The launching of Heinemann’s African Writers Series was like the umpire’s signal for which African writers had been waiting on the starting line. In one short generation an immense library of new writing had sprung into being from all over the continent and, for the first time in history, Africa’s future generations of readers and writers — youngsters in schools and colleges — began to read not only David Copperfield and other English classics that I and my generation had read but also works by their own writers about their own people. The excitement generated by this […] was very great indeed and continues to delight many people to this day, in Africa and beyond. The British poet and broadcaster Edward Blishen said of the African Writers Series, “I saw a whole new potentially great world literature come into being.”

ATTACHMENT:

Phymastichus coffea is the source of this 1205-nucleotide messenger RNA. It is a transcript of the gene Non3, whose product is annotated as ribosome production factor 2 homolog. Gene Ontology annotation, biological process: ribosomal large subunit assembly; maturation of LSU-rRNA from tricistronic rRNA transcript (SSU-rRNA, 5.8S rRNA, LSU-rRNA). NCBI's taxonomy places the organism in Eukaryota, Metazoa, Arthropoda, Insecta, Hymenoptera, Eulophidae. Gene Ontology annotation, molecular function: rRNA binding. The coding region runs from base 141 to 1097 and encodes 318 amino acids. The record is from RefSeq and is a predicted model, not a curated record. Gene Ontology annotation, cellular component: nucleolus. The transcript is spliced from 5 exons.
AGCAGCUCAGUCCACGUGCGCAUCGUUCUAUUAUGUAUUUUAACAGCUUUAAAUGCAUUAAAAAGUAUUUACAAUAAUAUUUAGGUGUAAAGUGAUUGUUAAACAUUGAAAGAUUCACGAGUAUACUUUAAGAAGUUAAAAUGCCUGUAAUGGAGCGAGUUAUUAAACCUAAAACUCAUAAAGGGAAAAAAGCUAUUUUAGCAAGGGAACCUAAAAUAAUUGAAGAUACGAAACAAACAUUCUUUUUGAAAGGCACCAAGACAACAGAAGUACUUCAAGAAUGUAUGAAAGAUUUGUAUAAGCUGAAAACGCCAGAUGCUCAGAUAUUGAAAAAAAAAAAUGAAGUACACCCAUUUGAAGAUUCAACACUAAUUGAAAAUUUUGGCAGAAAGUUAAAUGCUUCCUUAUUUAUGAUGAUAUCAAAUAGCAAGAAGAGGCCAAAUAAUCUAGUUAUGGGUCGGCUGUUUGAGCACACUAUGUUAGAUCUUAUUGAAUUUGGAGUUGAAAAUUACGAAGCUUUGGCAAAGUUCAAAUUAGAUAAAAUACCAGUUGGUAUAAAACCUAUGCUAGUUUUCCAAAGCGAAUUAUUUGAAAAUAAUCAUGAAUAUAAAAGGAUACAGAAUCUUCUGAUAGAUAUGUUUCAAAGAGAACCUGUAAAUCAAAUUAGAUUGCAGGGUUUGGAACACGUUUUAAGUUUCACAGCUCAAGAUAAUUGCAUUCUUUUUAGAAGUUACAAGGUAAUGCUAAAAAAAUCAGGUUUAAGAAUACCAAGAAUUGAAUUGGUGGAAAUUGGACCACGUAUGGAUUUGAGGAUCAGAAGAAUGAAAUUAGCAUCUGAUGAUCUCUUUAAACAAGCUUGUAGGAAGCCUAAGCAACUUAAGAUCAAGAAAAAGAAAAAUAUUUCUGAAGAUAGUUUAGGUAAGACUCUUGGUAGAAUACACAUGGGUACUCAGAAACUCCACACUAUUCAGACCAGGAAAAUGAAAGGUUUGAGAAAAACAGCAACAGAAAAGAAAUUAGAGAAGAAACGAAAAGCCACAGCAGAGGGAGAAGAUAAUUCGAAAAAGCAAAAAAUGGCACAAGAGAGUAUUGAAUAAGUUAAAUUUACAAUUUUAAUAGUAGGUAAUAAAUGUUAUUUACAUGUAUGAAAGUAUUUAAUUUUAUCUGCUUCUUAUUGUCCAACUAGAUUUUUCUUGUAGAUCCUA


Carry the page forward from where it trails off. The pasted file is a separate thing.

The taste and scrutiny of the editors is evident in the number of authors who went on to win the Nobel Prize in Literature: every African Nobel laureate in literature, save one — J.M. Coetzee — is an AWS author. (As well, AWS published one of the earliest books by Peace Prize-winner Nelson Mandela.) Wole Soyinka became the first African writer — in fact, the first black writer — to win the Nobel Prize in literature in 1986. Two years later, Egypt’s Naguib Mahfouz won, a first for a writer in Arabic. South Africa’s Nadine Gordimer took the prize in 1991, and Doris Lessing in 2007. While Lessing is now a British citizen, her roots are in Zimbabwe. The series published her novel, The Grass is Singing, in 1972. Lessing’s Nobel lecture discussed the dream deferred for writers raised with a dearth of literary resources. She spoke of a Zimbabwe library she visits, where the only books on the shelves are “tomes from American universities, hard even to lift, rejects from white libraries, or novels with titles like Weekend in Paris and Felicity Finds Love.” In such a context, Lessing said, there are bound to be “books never written […] Voices unheard. It is not possible to estimate this great waste of talent, of potential.”